Here is an event Melbourne Catholics might like to get along to:
Intelligence Squared Debate: Is the Catholic Church a Force for Good in the World
Melbourne Town Hall, 6:30PM – 8:30PM, Tuesday 15 November 2011
For almost two millennia, the Catholic Church has been the author and repository of some of the highest ideals of humanity. Yet, as humanity is flawed, so is the Church. Few would deny that the Catholic Church has dark chapters in its history. So much is expected of an institution that claims to bridge the sacred and the secular. Do these darker moments unfairly obscure the light? Or is the Catholic Church simply the most ancient of wolves in sheep’s clothing?
Speaking for the proposition will be Helen Coonan, Julian McMahon and Sister Libby Rogerson. Speaking against the proposition will be Father Peter Kennedy, Anne Summers and David Marr.
Senator Helen Coonan was a Liberal member of the Australian Senate representing New South Wales from July 1996 to August 2011.
Julian McMahon is a barrister and member of the Melbourne Catholic Lawyers Association.
Sister Libby Rogerson IBVM is a Loreto sister currently working with Mary Ward International Australia, the Loreto Sisters’ aid, development and volunteer organisation.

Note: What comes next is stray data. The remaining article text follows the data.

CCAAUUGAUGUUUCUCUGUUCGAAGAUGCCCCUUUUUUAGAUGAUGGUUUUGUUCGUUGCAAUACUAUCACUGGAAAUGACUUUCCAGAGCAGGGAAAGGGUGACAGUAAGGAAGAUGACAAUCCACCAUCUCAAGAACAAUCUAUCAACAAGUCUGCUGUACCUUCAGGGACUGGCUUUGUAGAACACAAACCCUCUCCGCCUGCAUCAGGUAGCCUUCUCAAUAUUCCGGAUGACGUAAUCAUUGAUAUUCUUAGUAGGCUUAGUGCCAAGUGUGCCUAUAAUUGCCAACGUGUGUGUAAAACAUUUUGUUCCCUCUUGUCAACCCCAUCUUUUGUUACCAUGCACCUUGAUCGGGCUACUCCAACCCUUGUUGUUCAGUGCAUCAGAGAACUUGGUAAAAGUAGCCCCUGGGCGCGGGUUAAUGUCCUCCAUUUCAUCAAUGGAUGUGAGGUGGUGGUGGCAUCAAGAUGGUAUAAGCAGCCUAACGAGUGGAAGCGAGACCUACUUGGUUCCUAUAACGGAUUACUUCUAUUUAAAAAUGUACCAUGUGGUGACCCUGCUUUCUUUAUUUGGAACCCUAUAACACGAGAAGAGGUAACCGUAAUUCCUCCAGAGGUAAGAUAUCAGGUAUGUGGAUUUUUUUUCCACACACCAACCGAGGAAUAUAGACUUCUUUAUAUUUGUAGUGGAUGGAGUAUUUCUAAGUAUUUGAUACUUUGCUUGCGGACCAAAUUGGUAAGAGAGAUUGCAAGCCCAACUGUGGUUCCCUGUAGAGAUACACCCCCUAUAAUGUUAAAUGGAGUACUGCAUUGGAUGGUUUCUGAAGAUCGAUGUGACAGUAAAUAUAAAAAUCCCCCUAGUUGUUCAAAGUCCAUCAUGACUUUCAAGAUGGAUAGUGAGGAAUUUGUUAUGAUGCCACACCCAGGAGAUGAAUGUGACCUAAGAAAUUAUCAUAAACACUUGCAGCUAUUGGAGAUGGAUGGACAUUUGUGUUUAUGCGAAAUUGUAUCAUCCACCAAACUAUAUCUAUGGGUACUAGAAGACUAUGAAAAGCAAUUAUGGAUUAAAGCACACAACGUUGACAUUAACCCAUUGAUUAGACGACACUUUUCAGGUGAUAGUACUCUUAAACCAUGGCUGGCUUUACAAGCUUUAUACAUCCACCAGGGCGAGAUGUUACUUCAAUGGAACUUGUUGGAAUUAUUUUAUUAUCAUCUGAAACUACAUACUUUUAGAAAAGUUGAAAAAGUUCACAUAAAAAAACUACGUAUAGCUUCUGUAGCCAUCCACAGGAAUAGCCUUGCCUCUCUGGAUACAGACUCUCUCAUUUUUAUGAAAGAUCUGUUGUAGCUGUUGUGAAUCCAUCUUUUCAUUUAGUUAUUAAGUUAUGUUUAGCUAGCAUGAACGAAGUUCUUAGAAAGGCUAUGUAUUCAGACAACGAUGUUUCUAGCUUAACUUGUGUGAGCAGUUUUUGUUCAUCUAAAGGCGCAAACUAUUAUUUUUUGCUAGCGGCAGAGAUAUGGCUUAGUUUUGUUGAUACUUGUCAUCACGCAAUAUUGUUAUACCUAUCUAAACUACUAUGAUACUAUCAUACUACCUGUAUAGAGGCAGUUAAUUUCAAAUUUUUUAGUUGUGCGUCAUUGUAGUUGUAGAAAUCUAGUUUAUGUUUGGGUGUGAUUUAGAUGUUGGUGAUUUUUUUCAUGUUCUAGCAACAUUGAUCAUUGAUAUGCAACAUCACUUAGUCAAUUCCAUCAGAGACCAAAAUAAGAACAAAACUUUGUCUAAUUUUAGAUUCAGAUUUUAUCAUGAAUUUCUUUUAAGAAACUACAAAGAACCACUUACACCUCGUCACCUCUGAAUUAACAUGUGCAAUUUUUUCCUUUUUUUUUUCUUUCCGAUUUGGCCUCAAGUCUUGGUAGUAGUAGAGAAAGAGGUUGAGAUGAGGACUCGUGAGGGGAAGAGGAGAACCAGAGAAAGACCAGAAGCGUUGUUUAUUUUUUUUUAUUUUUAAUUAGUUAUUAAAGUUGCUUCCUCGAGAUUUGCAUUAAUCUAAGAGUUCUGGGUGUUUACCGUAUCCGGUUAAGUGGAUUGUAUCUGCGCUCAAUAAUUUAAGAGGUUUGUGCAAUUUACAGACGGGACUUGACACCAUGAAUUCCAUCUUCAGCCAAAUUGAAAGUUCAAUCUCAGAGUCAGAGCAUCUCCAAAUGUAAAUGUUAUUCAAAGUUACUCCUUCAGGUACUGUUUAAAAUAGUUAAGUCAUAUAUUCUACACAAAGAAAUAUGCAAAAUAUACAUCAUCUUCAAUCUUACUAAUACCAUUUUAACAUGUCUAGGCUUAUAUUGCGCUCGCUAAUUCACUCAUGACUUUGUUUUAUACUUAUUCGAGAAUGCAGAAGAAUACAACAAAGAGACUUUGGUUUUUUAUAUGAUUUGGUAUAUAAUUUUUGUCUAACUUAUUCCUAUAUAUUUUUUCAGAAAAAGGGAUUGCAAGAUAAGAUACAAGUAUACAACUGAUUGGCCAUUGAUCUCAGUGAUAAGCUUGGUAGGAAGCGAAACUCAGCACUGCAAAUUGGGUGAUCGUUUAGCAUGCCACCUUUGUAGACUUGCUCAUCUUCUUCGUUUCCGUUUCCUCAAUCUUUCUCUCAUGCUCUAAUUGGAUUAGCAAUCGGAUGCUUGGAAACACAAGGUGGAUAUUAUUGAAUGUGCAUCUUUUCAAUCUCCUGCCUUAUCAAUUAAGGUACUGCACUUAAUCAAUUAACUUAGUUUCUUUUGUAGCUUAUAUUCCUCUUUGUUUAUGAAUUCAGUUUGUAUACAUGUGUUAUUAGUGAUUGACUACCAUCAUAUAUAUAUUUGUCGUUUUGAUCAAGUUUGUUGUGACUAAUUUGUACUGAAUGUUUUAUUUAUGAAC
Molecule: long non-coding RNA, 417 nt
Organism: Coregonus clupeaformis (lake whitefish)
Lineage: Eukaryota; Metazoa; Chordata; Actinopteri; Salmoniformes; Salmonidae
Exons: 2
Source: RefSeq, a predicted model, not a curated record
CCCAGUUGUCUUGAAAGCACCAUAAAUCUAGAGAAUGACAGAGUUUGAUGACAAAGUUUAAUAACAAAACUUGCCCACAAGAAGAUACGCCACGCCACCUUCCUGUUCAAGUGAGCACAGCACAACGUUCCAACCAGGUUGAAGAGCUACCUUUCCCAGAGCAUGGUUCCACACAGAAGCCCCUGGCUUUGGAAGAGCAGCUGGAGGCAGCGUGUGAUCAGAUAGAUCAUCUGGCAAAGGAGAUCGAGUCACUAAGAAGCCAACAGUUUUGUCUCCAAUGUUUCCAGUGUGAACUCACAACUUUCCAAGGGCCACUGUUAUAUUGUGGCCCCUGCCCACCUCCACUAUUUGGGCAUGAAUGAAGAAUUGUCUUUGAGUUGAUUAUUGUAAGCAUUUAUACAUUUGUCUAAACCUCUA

Father Peter Kennedy is a former Catholic priest who was forced to stand down from his position as parish priest in the South Brisbane diocese of St Mary’s in 2009.
Dr Anne Summers AO is a best-selling author, journalist and thought-leader with a long career in politics, the media, business and the non-government sector in Australia, Europe and the United States.
David Marr is the multi-award-winning author of Patrick White: a Life and The High Price of Heaven, and co-author with Marian Wilkinson of Dark Victory.
Of course, this was done before, disasterously, in the UK, when the Catholic speakers just were not up to the eloquence of the opposition (notably Stephen Fry and Christopher Hitchens). I think that debate was lost simply on the grounds of oratorical skill and entertainment. Hopefully that will not be the case this time around, as at least two of the speakers on behalf of the Church are professionals orators. Nevertheless, David Marr and Anne Summers are also very skilled debators, and it won’t be easy. I have also noted that the Catholic side has not been weighted with experts in either history or theology, but social justice (in particular Sr Rogerson and Julian McMahon). Perhaps that makes sense in this context, where the question is about the “good” the Church has done. Still, the Church has been a “force for good” in our culture in ways far beyond its charitable and social justice actions.
Just what “Father” Peter Kennedy will bring to the debate, we will have to wait and see.